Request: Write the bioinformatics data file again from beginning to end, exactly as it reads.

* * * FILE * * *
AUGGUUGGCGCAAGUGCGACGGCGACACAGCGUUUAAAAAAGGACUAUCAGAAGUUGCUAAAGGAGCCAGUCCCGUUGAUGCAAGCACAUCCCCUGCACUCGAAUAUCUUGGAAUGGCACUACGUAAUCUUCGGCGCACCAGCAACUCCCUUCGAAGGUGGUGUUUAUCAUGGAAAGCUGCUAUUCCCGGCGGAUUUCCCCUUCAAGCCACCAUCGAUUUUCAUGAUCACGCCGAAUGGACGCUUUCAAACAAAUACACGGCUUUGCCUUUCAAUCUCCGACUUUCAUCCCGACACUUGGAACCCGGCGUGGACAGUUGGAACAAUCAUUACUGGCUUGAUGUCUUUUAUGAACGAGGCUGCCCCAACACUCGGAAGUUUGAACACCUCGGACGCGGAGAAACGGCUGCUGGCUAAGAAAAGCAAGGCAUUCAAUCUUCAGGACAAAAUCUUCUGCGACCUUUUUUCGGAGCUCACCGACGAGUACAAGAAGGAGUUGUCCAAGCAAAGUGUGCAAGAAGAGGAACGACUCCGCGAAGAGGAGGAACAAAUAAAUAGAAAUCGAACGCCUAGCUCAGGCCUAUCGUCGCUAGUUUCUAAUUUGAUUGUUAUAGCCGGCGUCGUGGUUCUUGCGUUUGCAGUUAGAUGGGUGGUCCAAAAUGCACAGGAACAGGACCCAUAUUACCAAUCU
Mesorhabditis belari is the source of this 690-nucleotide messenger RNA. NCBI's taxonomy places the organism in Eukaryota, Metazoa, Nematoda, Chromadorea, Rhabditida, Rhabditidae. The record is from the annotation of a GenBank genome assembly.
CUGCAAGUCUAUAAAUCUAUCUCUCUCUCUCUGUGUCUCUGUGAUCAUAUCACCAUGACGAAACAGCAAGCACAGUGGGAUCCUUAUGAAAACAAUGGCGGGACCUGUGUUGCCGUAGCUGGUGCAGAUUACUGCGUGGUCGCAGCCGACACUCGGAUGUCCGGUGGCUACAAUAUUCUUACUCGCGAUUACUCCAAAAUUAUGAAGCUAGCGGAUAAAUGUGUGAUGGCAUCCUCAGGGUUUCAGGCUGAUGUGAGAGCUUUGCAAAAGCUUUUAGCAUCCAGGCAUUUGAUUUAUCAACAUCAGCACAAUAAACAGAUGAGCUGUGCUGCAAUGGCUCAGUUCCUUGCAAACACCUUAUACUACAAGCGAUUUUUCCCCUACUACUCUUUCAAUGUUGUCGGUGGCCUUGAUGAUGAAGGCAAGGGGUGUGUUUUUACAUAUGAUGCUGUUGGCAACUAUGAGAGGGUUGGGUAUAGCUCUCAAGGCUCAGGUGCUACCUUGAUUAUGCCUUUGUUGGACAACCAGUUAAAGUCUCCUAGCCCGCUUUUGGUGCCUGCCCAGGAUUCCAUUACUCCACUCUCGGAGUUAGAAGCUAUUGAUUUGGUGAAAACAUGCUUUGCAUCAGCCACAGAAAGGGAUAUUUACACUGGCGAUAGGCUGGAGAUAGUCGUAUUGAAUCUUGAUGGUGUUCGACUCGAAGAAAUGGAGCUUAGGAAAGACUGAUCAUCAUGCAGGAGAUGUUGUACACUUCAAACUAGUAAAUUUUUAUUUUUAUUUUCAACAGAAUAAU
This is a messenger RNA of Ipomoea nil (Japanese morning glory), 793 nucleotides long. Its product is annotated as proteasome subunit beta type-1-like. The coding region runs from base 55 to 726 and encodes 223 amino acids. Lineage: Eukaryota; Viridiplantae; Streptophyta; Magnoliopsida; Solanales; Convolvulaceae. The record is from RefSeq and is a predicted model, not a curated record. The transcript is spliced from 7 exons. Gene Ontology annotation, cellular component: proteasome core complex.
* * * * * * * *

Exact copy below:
AUGGUUGGCGCAAGUGCGACGGCGACACAGCGUUUAAAAAAGGACUAUCAGAAGUUGCUAAAGGAGCCAGUCCCGUUGAUGCAAGCACAUCCCCUGCACUCGAAUAUCUUGGAAUGGCACUACGUAAUCUUCGGCGCACCAGCAACUCCCUUCGAAGGUGGUGUUUAUCAUGGAAAGCUGCUAUUCCCGGCGGAUUUCCCCUUCAAGCCACCAUCGAUUUUCAUGAUCACGCCGAAUGGACGCUUUCAAACAAAUACACGGCUUUGCCUUUCAAUCUCCGACUUUCAUCCCGACACUUGGAACCCGGCGUGGACAGUUGGAACAAUCAUUACUGGCUUGAUGUCUUUUAUGAACGAGGCUGCCCCAACACUCGGAAGUUUGAACACCUCGGACGCGGAGAAACGGCUGCUGGCUAAGAAAAGCAAGGCAUUCAAUCUUCAGGACAAAAUCUUCUGCGACCUUUUUUCGGAGCUCACCGACGAGUACAAGAAGGAGUUGUCCAAGCAAAGUGUGCAAGAAGAGGAACGACUCCGCGAAGAGGAGGAACAAAUAAAUAGAAAUCGAACGCCUAGCUCAGGCCUAUCGUCGCUAGUUUCUAAUUUGAUUGUUAUAGCCGGCGUCGUGGUUCUUGCGUUUGCAGUUAGAUGGGUGGUCCAAAAUGCACAGGAACAGGACCCAUAUUACCAAUCU
Mesorhabditis belari is the source of this 690-nucleotide messenger RNA. NCBI's taxonomy places the organism in Eukaryota, Metazoa, Nematoda, Chromadorea, Rhabditida, Rhabditidae. The record is from the annotation of a GenBank genome assembly.
CUGCAAGUCUAUAAAUCUAUCUCUCUCUCUCUGUGUCUCUGUGAUCAUAUCACCAUGACGAAACAGCAAGCACAGUGGGAUCCUUAUGAAAACAAUGGCGGGACCUGUGUUGCCGUAGCUGGUGCAGAUUACUGCGUGGUCGCAGCCGACACUCGGAUGUCCGGUGGCUACAAUAUUCUUACUCGCGAUUACUCCAAAAUUAUGAAGCUAGCGGAUAAAUGUGUGAUGGCAUCCUCAGGGUUUCAGGCUGAUGUGAGAGCUUUGCAAAAGCUUUUAGCAUCCAGGCAUUUGAUUUAUCAACAUCAGCACAAUAAACAGAUGAGCUGUGCUGCAAUGGCUCAGUUCCUUGCAAACACCUUAUACUACAAGCGAUUUUUCCCCUACUACUCUUUCAAUGUUGUCGGUGGCCUUGAUGAUGAAGGCAAGGGGUGUGUUUUUACAUAUGAUGCUGUUGGCAACUAUGAGAGGGUUGGGUAUAGCUCUCAAGGCUCAGGUGCUACCUUGAUUAUGCCUUUGUUGGACAACCAGUUAAAGUCUCCUAGCCCGCUUUUGGUGCCUGCCCAGGAUUCCAUUACUCCACUCUCGGAGUUAGAAGCUAUUGAUUUGGUGAAAACAUGCUUUGCAUCAGCCACAGAAAGGGAUAUUUACACUGGCGAUAGGCUGGAGAUAGUCGUAUUGAAUCUUGAUGGUGUUCGACUCGAAGAAAUGGAGCUUAGGAAAGACUGAUCAUCAUGCAGGAGAUGUUGUACACUUCAAACUAGUAAAUUUUUAUUUUUAUUUUCAACAGAAUAAU
This is a messenger RNA of Ipomoea nil (Japanese morning glory), 793 nucleotides long. Its product is annotated as proteasome subunit beta type-1-like. The coding region runs from base 55 to 726 and encodes 223 amino acids. Lineage: Eukaryota; Viridiplantae; Streptophyta; Magnoliopsida; Solanales; Convolvulaceae. The record is from RefSeq and is a predicted model, not a curated record. The transcript is spliced from 7 exons. Gene Ontology annotation, cellular component: proteasome core complex.